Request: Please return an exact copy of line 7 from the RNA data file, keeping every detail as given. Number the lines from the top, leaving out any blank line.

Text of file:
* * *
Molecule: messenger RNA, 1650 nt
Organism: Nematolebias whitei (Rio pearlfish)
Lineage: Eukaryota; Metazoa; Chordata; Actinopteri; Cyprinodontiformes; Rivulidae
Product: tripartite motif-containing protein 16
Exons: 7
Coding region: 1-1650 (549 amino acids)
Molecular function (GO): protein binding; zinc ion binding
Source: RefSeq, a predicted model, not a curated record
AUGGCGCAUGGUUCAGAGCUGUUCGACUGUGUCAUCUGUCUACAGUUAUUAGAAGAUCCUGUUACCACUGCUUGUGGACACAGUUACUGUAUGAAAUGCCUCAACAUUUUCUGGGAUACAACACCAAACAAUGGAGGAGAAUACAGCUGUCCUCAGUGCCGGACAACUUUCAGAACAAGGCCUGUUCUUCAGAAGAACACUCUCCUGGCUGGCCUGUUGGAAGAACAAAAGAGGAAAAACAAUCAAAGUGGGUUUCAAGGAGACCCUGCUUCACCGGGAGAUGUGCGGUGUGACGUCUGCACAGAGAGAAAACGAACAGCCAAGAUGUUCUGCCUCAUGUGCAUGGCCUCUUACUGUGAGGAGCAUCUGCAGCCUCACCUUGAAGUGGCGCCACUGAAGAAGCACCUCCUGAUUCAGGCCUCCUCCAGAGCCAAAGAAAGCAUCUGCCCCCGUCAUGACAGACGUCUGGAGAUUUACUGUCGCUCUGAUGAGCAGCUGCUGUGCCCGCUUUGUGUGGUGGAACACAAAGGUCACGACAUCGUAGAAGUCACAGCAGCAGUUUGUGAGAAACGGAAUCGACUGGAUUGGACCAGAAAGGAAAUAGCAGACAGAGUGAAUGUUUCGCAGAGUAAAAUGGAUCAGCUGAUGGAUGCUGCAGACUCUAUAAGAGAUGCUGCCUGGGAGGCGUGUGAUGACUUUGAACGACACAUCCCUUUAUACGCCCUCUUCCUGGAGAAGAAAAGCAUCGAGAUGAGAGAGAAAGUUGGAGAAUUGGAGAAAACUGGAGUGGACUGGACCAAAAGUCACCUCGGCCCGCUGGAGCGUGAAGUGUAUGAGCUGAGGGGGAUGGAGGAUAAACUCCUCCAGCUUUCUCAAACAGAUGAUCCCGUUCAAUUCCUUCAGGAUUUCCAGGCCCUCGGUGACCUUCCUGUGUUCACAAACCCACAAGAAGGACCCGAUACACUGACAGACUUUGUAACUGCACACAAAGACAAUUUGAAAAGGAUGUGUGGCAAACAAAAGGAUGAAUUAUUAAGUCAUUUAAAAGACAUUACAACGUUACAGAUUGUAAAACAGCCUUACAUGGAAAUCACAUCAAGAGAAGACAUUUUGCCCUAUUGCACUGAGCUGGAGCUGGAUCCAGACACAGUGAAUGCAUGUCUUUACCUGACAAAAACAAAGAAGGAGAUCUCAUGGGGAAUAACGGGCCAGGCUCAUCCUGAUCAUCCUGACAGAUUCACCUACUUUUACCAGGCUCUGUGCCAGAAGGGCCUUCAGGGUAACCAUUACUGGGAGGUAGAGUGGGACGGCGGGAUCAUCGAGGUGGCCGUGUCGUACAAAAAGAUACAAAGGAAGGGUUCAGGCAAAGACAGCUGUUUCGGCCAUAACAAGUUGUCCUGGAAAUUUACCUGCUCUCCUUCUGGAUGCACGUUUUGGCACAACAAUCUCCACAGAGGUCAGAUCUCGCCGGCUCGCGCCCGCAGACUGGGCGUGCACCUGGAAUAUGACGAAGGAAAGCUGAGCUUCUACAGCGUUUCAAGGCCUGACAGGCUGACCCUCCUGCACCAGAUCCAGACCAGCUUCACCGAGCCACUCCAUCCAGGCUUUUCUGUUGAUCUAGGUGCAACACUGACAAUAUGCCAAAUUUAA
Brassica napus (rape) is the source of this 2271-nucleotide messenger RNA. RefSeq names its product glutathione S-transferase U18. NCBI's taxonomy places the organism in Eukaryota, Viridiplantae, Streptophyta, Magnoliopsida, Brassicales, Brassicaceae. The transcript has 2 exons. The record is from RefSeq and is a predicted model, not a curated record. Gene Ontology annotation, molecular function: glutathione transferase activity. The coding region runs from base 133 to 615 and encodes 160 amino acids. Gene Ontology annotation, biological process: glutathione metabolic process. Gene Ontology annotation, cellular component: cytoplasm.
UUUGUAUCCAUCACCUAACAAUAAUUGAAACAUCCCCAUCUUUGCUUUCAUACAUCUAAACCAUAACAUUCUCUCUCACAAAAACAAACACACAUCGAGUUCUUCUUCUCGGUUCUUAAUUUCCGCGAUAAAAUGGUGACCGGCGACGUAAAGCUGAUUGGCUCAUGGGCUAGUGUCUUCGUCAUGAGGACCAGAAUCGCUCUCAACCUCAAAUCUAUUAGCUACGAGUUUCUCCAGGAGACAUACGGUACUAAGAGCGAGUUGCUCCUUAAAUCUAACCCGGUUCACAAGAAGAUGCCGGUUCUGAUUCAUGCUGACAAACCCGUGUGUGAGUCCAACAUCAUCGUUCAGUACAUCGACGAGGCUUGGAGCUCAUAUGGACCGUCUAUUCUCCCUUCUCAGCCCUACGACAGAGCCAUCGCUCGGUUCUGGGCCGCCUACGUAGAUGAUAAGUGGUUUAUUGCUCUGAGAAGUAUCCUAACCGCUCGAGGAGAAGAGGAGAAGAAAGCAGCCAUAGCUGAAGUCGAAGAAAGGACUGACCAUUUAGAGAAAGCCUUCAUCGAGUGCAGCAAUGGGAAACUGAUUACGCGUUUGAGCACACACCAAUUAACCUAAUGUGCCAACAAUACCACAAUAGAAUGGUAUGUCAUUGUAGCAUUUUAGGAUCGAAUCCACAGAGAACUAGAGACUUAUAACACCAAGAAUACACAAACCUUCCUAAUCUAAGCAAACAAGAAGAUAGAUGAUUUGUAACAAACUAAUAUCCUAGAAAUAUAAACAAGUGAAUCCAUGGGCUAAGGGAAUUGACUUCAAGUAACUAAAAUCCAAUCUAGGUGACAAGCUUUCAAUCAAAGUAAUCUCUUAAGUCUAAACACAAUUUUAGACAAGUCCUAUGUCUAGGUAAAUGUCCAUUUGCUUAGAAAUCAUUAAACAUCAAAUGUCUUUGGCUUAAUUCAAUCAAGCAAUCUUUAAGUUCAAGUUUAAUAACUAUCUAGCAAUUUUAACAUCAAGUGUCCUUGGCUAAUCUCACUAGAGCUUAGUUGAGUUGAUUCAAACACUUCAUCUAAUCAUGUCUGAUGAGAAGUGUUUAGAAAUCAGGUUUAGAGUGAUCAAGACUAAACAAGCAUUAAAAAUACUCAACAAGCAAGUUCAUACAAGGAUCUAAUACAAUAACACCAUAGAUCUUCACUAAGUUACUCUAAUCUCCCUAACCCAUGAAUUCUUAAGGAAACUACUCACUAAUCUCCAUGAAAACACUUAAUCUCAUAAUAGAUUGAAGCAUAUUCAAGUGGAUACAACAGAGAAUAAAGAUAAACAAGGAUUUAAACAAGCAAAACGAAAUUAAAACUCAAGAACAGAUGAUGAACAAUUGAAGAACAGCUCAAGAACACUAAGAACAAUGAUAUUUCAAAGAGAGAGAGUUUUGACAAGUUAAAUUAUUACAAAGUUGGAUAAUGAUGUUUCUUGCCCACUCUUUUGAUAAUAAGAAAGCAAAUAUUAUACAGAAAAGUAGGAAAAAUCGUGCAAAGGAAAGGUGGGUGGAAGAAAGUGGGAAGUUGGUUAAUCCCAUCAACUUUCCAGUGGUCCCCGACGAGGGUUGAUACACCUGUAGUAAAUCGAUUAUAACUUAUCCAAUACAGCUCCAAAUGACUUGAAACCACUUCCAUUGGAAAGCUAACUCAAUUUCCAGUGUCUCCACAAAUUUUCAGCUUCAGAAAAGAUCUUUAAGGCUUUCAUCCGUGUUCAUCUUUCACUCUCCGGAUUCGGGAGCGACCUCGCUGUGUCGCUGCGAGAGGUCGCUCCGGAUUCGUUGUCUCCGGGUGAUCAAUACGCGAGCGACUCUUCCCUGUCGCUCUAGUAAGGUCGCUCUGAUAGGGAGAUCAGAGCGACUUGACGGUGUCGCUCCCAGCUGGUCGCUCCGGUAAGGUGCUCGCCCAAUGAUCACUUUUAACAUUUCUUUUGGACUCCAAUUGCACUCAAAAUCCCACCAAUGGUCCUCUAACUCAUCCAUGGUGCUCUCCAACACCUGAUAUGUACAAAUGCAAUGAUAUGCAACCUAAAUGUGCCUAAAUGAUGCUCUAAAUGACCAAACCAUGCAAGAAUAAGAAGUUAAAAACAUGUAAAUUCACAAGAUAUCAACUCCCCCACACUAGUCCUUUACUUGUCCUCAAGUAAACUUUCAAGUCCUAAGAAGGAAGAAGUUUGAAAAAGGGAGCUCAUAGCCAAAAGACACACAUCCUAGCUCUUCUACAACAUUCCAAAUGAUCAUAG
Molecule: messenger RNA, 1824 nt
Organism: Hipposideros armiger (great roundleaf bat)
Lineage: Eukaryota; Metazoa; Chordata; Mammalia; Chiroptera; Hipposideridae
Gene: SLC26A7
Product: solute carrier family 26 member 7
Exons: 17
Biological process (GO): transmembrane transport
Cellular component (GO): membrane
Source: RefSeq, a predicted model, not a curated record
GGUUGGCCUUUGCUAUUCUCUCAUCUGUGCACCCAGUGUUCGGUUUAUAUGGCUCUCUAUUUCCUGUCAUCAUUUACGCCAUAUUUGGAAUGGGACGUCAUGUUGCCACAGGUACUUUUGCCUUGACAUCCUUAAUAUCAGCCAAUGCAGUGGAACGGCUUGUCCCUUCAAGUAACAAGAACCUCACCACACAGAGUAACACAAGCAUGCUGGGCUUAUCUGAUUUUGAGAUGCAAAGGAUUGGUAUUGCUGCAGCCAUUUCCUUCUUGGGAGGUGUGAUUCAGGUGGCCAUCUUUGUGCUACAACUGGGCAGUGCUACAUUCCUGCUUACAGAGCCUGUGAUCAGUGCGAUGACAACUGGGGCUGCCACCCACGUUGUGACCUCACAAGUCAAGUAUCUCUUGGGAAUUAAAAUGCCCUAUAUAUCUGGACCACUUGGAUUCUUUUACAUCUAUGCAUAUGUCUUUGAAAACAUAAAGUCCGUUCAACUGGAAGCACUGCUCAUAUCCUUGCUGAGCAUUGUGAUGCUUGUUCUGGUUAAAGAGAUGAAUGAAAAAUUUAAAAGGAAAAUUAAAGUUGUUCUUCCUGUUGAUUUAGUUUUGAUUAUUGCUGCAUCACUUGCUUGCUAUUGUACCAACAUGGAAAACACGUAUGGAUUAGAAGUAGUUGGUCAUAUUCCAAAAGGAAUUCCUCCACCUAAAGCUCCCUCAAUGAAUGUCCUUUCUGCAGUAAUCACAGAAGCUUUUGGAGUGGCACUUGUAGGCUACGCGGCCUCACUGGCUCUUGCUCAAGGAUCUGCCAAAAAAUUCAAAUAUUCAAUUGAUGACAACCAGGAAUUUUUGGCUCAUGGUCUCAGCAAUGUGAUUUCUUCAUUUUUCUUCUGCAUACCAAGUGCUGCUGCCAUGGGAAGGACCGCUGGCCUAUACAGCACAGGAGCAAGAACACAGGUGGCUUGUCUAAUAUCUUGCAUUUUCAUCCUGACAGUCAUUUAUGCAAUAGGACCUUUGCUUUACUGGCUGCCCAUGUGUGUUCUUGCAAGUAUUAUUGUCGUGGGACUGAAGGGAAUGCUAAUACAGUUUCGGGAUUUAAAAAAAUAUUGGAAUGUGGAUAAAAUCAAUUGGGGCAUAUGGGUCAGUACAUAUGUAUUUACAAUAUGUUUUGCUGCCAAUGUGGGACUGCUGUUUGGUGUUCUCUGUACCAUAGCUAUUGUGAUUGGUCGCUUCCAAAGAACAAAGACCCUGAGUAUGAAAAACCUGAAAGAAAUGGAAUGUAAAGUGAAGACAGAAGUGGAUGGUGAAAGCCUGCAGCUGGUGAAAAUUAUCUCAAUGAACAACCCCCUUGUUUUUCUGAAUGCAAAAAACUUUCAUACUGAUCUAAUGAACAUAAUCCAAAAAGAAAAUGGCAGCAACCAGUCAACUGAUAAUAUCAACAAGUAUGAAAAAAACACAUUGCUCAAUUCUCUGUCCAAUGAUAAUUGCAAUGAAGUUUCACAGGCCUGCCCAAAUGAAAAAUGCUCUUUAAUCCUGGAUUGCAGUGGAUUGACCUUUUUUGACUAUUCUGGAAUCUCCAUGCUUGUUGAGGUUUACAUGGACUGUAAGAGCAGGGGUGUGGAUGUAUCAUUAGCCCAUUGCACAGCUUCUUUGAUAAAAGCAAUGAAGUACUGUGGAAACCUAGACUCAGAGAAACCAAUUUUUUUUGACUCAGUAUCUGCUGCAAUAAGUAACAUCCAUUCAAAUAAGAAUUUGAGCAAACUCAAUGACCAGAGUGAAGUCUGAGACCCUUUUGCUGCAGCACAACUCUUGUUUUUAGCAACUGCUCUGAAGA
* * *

Molecular function (GO): protein binding; zinc ion binding